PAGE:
This is the basic formula behind Hong Kong’s success. Remember that Hong Kong emerged from the rubble of Japanese occupation in 1945, and has climbed a far higher mountain than that faced by Scotland. There’s no reason (from a purely economic point of view) why Scotland cannot be a roaring success as an independent nation, as long as it embraces free markets, rejects state intervention and provides legal security.

Unfortunately, the majority of Scottish voters view things very differently. They believe North Sea oil will be part of the independence settlement, and that oil and whisky revenue will pay for welfare and pensions. They hanker after increased socialisation of the means of production, providing an intellectual gloss for the unthinking majority that simply wants more for less. But independence means giving up the security of the Union, and (under the Barnett formula) the subsidy of English taxes.

On figures published in the Treasury’s Public Expenditure Statistical Analysis …read more

Source: MISES INSTITUTE

Avatar of admin

by admin

Ron Paul, the Gateway Drug

August 22, 2014 in Economics

By Ryan McMaken

 Jessica Pavoni explains how she came to know Mises, Rothbard, and the rest:

At that point, Hubby and I had more than six deployments between us, so we were credible listeners. Even more impressive: here was a guy [Ron Paul] who wasn’t toeing the party line, wasn’t kowtowing to pressure, and was actually speaking common sense! Look up any video of any presidential debate in which Dr. Paul takes part, and it’s abundantly clear that he is no politician (this is a compliment in my book). It’s safe to say that listening to his position on foreign policy was the first step down the rabbit hole; I didn’t fully understand every issue that he spoke about, but his words came through like a clear bell. Who was this guy? Where did he come from? What did he know? I was hooked.

We bought a book – Liberty Defined (highly recommend it – short, sweet, and easy to understand). I felt myself being pulled out of the apathetic, unconscious masses, and started to wake up. I started to care, I wanted to learn, and I needed to understand how the United States had found itself in the position of being mired in warfare, welfare, and eroding individual liberties. I had seen warfare; I had lost friends. These things mattered. This was real life happening. Dr. Paul was the first person to shed light on the root causes and offer an alternative system.

We began to research the great thinkers, writers, and economists that Dr. Paul referenced. We discovered Murray Rothbard (For a New Liberty and Ethics of Liberty), Ludwig von Mises (Human Action, LvMI), Lysander Spooner (Vices Are Not Crimes and No Treason), Frederic Bastiat (The Law), Peter Schiff, Ivan Eland, Lew Rockwell, and countless others. Over the course of 18 months, I progressed slowly but steadily from conservative neocon (I joined the military in the first place, right?) to limited-government proponent, to minarchism, and then finally the logically-deduced, well-researched, sound philosophy of anarcho-capitalism (self-ownership and non-aggression).

…read more

Source: MISES INSTITUTE

Avatar of admin

by admin

Keeping Score on the Libya Intervention: Good Idea or Tragic Mistake?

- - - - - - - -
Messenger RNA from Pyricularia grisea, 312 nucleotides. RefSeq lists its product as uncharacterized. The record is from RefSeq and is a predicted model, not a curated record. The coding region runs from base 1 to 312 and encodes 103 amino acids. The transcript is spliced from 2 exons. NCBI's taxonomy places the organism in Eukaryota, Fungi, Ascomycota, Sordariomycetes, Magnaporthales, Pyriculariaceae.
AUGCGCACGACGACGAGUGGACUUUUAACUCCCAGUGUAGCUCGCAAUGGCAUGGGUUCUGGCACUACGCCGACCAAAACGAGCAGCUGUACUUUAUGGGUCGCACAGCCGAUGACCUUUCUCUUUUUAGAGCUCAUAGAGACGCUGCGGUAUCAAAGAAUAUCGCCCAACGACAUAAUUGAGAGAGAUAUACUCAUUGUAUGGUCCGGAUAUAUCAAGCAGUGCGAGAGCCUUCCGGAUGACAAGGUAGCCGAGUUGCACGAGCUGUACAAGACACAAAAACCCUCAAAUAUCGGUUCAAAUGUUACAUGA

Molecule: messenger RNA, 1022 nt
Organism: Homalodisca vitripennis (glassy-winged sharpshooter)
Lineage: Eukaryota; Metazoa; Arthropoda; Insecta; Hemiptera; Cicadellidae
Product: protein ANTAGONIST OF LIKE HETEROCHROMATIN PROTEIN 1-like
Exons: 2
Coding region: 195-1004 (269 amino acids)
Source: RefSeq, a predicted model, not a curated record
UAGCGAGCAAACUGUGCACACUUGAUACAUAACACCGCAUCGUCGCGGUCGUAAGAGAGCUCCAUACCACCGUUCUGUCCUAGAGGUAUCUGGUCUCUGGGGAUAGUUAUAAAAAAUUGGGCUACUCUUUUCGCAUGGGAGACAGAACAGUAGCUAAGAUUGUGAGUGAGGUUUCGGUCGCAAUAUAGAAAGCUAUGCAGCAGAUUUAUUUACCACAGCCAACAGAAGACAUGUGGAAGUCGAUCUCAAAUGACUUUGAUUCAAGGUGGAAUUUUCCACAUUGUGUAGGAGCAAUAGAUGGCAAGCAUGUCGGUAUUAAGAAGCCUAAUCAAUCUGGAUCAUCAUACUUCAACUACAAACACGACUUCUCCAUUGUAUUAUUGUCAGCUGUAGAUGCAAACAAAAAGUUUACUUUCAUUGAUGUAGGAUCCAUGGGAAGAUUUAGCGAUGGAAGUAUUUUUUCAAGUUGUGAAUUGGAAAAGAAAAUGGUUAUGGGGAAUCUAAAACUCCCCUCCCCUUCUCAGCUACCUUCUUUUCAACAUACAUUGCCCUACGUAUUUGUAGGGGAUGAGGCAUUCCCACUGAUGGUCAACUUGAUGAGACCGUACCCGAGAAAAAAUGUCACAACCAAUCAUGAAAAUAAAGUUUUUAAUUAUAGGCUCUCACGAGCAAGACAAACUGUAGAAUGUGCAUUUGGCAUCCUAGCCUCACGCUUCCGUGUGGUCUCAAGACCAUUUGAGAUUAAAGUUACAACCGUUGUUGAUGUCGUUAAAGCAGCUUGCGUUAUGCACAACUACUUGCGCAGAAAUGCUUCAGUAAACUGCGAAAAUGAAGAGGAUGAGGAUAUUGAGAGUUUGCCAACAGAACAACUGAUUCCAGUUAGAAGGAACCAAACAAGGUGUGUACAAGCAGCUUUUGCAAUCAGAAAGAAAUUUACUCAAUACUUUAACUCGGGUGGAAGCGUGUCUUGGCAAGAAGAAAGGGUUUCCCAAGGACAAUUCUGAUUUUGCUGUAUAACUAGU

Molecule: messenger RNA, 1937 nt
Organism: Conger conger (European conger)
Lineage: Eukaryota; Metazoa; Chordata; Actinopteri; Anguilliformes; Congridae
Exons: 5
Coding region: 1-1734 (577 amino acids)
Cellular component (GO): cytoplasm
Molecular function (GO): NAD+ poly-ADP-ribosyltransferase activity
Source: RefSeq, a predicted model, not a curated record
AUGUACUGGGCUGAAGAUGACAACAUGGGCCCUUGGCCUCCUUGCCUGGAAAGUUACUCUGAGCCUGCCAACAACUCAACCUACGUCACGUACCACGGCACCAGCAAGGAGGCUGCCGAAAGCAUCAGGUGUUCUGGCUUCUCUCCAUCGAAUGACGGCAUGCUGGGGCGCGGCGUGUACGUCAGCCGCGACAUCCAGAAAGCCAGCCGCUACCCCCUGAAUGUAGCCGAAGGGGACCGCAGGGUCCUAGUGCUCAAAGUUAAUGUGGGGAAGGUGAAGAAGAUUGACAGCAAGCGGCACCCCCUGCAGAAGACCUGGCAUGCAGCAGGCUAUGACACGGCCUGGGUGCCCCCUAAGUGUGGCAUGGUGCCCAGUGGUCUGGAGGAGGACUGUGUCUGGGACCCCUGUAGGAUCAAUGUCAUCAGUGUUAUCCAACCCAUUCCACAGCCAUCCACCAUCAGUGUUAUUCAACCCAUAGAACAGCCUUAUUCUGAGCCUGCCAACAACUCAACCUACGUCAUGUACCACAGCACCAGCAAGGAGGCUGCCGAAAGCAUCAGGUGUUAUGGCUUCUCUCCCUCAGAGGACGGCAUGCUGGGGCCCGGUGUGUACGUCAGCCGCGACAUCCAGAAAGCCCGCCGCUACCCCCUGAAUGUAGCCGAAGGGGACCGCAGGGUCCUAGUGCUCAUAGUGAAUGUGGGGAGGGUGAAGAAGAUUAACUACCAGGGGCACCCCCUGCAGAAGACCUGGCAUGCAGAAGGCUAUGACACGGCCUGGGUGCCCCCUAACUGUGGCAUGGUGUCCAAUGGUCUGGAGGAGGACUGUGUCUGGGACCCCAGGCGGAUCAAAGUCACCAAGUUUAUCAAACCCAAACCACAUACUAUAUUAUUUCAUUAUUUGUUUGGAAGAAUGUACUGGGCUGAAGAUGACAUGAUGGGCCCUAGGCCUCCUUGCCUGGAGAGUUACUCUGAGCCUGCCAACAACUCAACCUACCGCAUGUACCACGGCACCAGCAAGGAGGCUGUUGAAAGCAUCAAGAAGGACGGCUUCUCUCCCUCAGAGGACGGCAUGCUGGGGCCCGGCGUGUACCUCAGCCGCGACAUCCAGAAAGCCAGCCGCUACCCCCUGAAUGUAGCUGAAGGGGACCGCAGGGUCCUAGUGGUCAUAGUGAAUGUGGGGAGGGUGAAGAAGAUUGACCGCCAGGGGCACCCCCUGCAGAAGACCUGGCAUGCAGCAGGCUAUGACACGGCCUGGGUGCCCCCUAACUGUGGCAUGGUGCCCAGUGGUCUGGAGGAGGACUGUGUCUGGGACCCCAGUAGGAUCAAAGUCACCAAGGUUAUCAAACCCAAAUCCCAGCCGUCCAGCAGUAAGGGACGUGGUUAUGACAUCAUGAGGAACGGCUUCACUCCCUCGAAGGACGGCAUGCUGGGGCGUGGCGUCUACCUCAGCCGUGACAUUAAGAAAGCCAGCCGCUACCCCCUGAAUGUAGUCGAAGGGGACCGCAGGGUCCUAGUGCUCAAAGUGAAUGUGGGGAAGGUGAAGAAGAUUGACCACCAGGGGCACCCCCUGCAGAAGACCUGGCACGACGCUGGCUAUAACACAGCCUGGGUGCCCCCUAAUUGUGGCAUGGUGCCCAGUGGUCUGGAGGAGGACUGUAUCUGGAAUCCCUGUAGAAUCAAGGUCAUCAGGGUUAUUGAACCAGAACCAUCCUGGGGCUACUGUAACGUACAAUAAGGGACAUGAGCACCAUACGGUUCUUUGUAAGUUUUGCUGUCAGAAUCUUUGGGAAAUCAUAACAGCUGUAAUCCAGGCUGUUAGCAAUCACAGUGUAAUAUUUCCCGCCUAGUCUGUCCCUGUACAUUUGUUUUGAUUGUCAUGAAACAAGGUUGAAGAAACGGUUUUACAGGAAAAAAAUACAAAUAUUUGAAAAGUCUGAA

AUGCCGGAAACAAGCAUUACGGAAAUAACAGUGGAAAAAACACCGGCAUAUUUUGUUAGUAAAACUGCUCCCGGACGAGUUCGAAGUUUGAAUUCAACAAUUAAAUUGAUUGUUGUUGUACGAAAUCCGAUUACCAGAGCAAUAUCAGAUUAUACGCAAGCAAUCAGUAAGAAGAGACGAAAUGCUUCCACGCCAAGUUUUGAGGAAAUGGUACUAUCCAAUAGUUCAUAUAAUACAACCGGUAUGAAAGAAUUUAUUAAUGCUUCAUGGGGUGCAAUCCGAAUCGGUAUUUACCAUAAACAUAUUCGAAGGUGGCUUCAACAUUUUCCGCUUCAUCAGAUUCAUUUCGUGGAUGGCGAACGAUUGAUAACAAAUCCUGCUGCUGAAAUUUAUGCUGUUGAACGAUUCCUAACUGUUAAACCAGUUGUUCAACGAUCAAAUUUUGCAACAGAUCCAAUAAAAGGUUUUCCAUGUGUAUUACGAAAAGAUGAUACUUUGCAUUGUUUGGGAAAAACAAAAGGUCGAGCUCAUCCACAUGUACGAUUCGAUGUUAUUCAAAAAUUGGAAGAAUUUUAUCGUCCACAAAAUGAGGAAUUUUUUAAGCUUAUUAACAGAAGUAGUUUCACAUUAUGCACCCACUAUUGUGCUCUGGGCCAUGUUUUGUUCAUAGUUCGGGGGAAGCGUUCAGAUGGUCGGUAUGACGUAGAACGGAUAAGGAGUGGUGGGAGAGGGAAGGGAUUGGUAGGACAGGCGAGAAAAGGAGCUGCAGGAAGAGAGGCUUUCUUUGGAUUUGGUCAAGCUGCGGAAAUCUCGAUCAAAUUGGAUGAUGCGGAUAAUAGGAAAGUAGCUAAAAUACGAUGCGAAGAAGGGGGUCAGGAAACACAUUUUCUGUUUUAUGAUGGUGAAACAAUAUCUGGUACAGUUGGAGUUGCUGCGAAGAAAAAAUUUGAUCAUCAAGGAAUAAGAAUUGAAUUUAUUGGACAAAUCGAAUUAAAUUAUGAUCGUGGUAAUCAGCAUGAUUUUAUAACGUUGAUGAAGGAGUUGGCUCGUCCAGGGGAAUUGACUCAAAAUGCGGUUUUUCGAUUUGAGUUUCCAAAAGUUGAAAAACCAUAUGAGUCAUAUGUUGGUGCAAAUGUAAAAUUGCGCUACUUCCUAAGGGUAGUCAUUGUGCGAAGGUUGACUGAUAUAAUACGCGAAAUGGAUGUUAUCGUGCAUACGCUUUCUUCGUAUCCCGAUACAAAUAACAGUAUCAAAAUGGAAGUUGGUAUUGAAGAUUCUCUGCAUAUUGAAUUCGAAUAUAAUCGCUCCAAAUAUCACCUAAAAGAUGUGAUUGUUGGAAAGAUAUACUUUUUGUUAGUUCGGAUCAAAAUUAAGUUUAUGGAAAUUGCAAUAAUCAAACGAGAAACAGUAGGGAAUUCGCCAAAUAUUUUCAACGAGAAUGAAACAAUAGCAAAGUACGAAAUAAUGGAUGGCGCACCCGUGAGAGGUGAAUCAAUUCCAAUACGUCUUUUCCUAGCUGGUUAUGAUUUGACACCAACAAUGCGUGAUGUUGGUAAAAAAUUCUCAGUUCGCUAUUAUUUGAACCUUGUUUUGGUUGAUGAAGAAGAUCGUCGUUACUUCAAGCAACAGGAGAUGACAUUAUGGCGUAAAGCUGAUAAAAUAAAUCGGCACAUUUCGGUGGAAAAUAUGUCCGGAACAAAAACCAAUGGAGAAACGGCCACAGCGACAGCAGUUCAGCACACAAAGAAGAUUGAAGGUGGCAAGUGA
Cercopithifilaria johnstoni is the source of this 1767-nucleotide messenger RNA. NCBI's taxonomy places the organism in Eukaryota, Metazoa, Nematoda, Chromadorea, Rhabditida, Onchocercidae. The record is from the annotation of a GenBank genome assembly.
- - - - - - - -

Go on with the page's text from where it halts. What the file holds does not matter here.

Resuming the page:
August 22, 2014 in Economics

By Justin Logan

Justin Logan

On April 22, 2003, at the American Enterprise Institute, Washington Postcolumnist Charles Krauthammer remarked:

“Hans Blix had five months to find weapons. He found nothing. We’ve had five weeks. Come back to me in five months. If we haven’t found any, we will have a credibility problem.”

In response, the Crooked Timber blog declared April 22 “Krauthammer Day,” so that each year we could reflect on Krauthammer’s perspicacity and the powerful sense of accountability and stewardship that pervades America’s foreign-policy establishment.

In that spirit, I suggest we declare August 24 “Slaughter Day,” to commemorate former State Department director of policy planning Anne-Marie Slaughter’s August 24, 2011 Financial Times piece entitled “Why Libya Sceptics Were Proved Badly Wrong.” According to Slaughter, “the real choice in Libya was between temporary stability and the illusion of control, or fluidity and the ability to influence events driven by much larger forces.” Having chosen the latter, Slaughter said, it wasn’t too early to judge the Obama administration correct and the skeptics wrong.

While the oil might be flowing, the country is a total mess.”

Slaughter’s account of the initial debate over the war includes several arguments: according to her, the advocates claimed Washington had a “strategic interest” in demonstrating to the under-thirty populations in the Middle East that we “live up to [our] values”; Washington needed to assert its belief that “effective leadership must come from the centre,” which is America; and the intervention emphasized U.S. relations with “social forces,” not just states, which was an overdue change.

I don’t remember those arguments featuring in the debate. The main skeptic argument was that even after the U.S.-led coalition regime-changed Qaddafi, stability, unity and liberalism were likely to be elusive. Stephen Walt surveyed the social-science literature on foreign-imposed regime change and judged,

“the probability that our intervention will yield a stable democracy is low, and … our decision to intervene has increased the likelihood of civil war. Heading off that possibility is likely to require a costly and extended international commitment, which is precisely what the people who launched this operation promised they would not do.”